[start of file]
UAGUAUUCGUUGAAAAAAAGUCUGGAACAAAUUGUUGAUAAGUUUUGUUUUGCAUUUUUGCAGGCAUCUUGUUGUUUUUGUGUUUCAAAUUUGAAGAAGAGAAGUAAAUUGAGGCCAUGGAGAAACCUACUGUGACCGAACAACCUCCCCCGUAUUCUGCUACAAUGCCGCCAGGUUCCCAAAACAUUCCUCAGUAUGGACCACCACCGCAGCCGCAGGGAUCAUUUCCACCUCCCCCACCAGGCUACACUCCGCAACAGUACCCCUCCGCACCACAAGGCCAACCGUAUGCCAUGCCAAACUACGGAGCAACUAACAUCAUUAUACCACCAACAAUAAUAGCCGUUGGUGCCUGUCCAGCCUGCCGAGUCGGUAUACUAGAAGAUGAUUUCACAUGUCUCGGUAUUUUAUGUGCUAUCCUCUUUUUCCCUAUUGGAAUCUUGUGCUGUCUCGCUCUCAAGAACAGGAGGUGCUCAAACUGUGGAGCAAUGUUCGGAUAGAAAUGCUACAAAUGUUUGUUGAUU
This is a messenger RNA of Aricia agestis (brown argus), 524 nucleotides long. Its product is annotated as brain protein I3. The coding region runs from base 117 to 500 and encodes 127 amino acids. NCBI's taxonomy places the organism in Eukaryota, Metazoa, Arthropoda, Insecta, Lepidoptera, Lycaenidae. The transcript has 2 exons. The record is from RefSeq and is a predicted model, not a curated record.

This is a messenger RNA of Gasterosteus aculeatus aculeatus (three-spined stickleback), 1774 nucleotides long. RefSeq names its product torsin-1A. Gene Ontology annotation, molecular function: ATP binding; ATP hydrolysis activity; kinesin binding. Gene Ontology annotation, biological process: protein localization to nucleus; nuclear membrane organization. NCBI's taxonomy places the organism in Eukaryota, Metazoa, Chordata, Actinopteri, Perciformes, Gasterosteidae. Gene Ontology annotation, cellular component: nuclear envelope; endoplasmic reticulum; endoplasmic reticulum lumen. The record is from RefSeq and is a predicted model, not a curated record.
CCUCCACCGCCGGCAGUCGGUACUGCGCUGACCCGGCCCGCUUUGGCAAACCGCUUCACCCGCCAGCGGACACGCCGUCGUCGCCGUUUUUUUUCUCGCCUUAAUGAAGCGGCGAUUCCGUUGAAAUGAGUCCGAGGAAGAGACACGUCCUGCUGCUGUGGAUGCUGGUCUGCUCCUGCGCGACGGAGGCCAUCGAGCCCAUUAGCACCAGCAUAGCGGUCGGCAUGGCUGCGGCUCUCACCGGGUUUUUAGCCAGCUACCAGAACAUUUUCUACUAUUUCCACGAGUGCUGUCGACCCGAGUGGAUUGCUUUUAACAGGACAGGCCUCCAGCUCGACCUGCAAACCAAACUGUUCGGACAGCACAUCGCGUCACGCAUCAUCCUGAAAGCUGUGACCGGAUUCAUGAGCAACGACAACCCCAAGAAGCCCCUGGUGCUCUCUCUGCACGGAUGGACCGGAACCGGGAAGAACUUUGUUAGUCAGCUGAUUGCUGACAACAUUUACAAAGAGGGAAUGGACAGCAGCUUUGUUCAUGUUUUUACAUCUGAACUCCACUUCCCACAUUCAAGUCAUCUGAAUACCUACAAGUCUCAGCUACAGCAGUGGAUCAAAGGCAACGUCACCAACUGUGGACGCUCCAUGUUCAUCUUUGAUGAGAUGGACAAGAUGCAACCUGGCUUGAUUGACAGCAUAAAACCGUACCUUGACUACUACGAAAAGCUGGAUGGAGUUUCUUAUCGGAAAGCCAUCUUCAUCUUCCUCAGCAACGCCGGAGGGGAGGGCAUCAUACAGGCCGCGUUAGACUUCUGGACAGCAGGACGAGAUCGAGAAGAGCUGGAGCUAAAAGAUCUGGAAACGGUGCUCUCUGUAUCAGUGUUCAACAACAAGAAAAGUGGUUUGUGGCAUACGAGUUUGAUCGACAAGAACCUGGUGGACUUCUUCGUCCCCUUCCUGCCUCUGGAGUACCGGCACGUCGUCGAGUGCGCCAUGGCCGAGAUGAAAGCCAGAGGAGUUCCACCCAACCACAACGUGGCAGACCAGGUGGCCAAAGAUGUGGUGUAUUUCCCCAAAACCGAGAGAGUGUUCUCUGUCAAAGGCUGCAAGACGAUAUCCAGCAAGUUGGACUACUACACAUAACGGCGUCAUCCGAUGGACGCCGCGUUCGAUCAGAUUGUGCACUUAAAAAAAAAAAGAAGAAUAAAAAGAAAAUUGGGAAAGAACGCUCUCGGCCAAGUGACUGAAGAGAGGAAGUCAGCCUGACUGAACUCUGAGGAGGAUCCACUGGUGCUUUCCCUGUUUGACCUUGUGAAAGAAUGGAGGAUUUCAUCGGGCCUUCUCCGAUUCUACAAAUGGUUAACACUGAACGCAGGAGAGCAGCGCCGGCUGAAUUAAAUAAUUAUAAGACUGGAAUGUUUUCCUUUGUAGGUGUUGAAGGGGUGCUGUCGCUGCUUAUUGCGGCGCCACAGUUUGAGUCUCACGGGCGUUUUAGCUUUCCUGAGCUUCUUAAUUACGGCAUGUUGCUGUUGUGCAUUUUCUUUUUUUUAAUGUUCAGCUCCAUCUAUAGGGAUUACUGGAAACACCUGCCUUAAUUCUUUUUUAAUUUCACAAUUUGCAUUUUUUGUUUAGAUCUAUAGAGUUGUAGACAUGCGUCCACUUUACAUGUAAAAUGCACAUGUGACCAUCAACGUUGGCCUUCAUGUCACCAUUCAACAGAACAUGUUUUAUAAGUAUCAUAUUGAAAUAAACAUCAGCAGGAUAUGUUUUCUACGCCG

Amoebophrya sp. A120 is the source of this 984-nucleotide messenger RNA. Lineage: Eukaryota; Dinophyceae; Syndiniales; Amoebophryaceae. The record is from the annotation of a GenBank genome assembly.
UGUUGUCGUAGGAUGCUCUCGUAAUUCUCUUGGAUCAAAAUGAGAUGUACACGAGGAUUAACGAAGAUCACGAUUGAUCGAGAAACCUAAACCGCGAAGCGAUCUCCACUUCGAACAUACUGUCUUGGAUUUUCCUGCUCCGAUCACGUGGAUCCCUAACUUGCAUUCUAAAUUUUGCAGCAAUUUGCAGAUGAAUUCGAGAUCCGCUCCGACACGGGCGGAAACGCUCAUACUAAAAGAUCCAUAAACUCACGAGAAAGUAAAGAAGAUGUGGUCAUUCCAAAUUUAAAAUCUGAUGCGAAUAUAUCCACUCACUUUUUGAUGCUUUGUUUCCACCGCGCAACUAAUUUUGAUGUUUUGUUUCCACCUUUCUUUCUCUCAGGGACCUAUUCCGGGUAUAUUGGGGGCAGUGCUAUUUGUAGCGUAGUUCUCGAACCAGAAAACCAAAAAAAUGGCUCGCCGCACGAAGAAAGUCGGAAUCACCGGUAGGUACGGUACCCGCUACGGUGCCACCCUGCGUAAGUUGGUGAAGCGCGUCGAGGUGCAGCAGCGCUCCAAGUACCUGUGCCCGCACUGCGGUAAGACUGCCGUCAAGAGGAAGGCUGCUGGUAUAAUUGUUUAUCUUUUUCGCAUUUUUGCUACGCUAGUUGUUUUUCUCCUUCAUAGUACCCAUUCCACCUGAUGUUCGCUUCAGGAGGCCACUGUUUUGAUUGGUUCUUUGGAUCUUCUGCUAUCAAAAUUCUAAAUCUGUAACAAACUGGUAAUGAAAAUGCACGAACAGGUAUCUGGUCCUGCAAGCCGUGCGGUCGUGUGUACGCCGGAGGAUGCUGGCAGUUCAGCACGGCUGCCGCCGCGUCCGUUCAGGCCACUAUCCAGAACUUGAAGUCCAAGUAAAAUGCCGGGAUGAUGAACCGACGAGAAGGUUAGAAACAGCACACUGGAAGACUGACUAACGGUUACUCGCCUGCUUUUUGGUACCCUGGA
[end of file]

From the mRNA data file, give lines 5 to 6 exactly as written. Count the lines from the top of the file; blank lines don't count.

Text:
Amoebophrya sp. A120 is the source of this 984-nucleotide messenger RNA. Lineage: Eukaryota; Dinophyceae; Syndiniales; Amoebophryaceae. The record is from the annotation of a GenBank genome assembly.
UGUUGUCGUAGGAUGCUCUCGUAAUUCUCUUGGAUCAAAAUGAGAUGUACACGAGGAUUAACGAAGAUCACGAUUGAUCGAGAAACCUAAACCGCGAAGCGAUCUCCACUUCGAACAUACUGUCUUGGAUUUUCCUGCUCCGAUCACGUGGAUCCCUAACUUGCAUUCUAAAUUUUGCAGCAAUUUGCAGAUGAAUUCGAGAUCCGCUCCGACACGGGCGGAAACGCUCAUACUAAAAGAUCCAUAAACUCACGAGAAAGUAAAGAAGAUGUGGUCAUUCCAAAUUUAAAAUCUGAUGCGAAUAUAUCCACUCACUUUUUGAUGCUUUGUUUCCACCGCGCAACUAAUUUUGAUGUUUUGUUUCCACCUUUCUUUCUCUCAGGGACCUAUUCCGGGUAUAUUGGGGGCAGUGCUAUUUGUAGCGUAGUUCUCGAACCAGAAAACCAAAAAAAUGGCUCGCCGCACGAAGAAAGUCGGAAUCACCGGUAGGUACGGUACCCGCUACGGUGCCACCCUGCGUAAGUUGGUGAAGCGCGUCGAGGUGCAGCAGCGCUCCAAGUACCUGUGCCCGCACUGCGGUAAGACUGCCGUCAAGAGGAAGGCUGCUGGUAUAAUUGUUUAUCUUUUUCGCAUUUUUGCUACGCUAGUUGUUUUUCUCCUUCAUAGUACCCAUUCCACCUGAUGUUCGCUUCAGGAGGCCACUGUUUUGAUUGGUUCUUUGGAUCUUCUGCUAUCAAAAUUCUAAAUCUGUAACAAACUGGUAAUGAAAAUGCACGAACAGGUAUCUGGUCCUGCAAGCCGUGCGGUCGUGUGUACGCCGGAGGAUGCUGGCAGUUCAGCACGGCUGCCGCCGCGUCCGUUCAGGCCACUAUCCAGAACUUGAAGUCCAAGUAAAAUGCCGGGAUGAUGAACCGACGAGAAGGUUAGAAACAGCACACUGGAAGACUGACUAACGGUUACUCGCCUGCUUUUUGGUACCCUGGA